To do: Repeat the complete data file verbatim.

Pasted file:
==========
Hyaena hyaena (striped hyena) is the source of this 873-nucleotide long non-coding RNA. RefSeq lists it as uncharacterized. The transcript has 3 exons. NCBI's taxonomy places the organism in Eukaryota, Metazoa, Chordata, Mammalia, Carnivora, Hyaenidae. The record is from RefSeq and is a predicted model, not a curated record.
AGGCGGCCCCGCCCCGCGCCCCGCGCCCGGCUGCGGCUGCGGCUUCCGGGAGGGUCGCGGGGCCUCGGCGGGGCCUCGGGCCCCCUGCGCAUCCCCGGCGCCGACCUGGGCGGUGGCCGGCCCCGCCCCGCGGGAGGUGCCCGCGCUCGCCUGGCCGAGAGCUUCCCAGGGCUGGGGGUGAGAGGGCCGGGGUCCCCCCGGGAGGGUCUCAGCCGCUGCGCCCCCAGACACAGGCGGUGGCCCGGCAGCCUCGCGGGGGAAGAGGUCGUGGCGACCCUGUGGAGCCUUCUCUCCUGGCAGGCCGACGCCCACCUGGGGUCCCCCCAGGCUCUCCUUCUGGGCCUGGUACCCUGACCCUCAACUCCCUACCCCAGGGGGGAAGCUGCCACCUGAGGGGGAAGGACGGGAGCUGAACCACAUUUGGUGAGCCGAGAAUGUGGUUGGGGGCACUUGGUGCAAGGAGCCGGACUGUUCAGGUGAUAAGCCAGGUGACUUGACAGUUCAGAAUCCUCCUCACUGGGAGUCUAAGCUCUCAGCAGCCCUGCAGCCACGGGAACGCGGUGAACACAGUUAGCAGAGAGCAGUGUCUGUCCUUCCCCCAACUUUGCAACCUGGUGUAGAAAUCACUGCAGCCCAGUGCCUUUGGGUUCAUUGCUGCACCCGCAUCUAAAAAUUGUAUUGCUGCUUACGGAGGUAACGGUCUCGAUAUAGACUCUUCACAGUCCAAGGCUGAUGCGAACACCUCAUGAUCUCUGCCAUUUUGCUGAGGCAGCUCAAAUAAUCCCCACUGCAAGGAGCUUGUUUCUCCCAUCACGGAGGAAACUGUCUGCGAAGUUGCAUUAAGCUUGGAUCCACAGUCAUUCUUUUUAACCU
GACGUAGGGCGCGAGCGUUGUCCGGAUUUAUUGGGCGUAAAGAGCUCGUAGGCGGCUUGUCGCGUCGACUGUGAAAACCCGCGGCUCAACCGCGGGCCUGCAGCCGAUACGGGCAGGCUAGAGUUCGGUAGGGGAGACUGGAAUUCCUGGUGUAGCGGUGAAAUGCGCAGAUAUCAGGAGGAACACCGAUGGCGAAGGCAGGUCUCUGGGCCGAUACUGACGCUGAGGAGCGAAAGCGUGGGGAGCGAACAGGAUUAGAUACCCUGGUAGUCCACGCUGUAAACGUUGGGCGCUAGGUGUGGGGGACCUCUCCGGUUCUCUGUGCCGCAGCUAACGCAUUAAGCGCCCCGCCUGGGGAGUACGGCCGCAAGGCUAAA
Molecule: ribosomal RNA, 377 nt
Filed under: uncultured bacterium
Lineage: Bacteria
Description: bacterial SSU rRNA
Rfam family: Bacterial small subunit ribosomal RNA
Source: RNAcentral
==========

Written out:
Hyaena hyaena (striped hyena) is the source of this 873-nucleotide long non-coding RNA. RefSeq lists it as uncharacterized. The transcript has 3 exons. NCBI's taxonomy places the organism in Eukaryota, Metazoa, Chordata, Mammalia, Carnivora, Hyaenidae. The record is from RefSeq and is a predicted model, not a curated record.
AGGCGGCCCCGCCCCGCGCCCCGCGCCCGGCUGCGGCUGCGGCUUCCGGGAGGGUCGCGGGGCCUCGGCGGGGCCUCGGGCCCCCUGCGCAUCCCCGGCGCCGACCUGGGCGGUGGCCGGCCCCGCCCCGCGGGAGGUGCCCGCGCUCGCCUGGCCGAGAGCUUCCCAGGGCUGGGGGUGAGAGGGCCGGGGUCCCCCCGGGAGGGUCUCAGCCGCUGCGCCCCCAGACACAGGCGGUGGCCCGGCAGCCUCGCGGGGGAAGAGGUCGUGGCGACCCUGUGGAGCCUUCUCUCCUGGCAGGCCGACGCCCACCUGGGGUCCCCCCAGGCUCUCCUUCUGGGCCUGGUACCCUGACCCUCAACUCCCUACCCCAGGGGGGAAGCUGCCACCUGAGGGGGAAGGACGGGAGCUGAACCACAUUUGGUGAGCCGAGAAUGUGGUUGGGGGCACUUGGUGCAAGGAGCCGGACUGUUCAGGUGAUAAGCCAGGUGACUUGACAGUUCAGAAUCCUCCUCACUGGGAGUCUAAGCUCUCAGCAGCCCUGCAGCCACGGGAACGCGGUGAACACAGUUAGCAGAGAGCAGUGUCUGUCCUUCCCCCAACUUUGCAACCUGGUGUAGAAAUCACUGCAGCCCAGUGCCUUUGGGUUCAUUGCUGCACCCGCAUCUAAAAAUUGUAUUGCUGCUUACGGAGGUAACGGUCUCGAUAUAGACUCUUCACAGUCCAAGGCUGAUGCGAACACCUCAUGAUCUCUGCCAUUUUGCUGAGGCAGCUCAAAUAAUCCCCACUGCAAGGAGCUUGUUUCUCCCAUCACGGAGGAAACUGUCUGCGAAGUUGCAUUAAGCUUGGAUCCACAGUCAUUCUUUUUAACCU
GACGUAGGGCGCGAGCGUUGUCCGGAUUUAUUGGGCGUAAAGAGCUCGUAGGCGGCUUGUCGCGUCGACUGUGAAAACCCGCGGCUCAACCGCGGGCCUGCAGCCGAUACGGGCAGGCUAGAGUUCGGUAGGGGAGACUGGAAUUCCUGGUGUAGCGGUGAAAUGCGCAGAUAUCAGGAGGAACACCGAUGGCGAAGGCAGGUCUCUGGGCCGAUACUGACGCUGAGGAGCGAAAGCGUGGGGAGCGAACAGGAUUAGAUACCCUGGUAGUCCACGCUGUAAACGUUGGGCGCUAGGUGUGGGGGACCUCUCCGGUUCUCUGUGCCGCAGCUAACGCAUUAAGCGCCCCGCCUGGGGAGUACGGCCGCAAGGCUAAA
Molecule: ribosomal RNA, 377 nt
Filed under: uncultured bacterium
Lineage: Bacteria
Description: bacterial SSU rRNA
Rfam family: Bacterial small subunit ribosomal RNA
Source: RNAcentral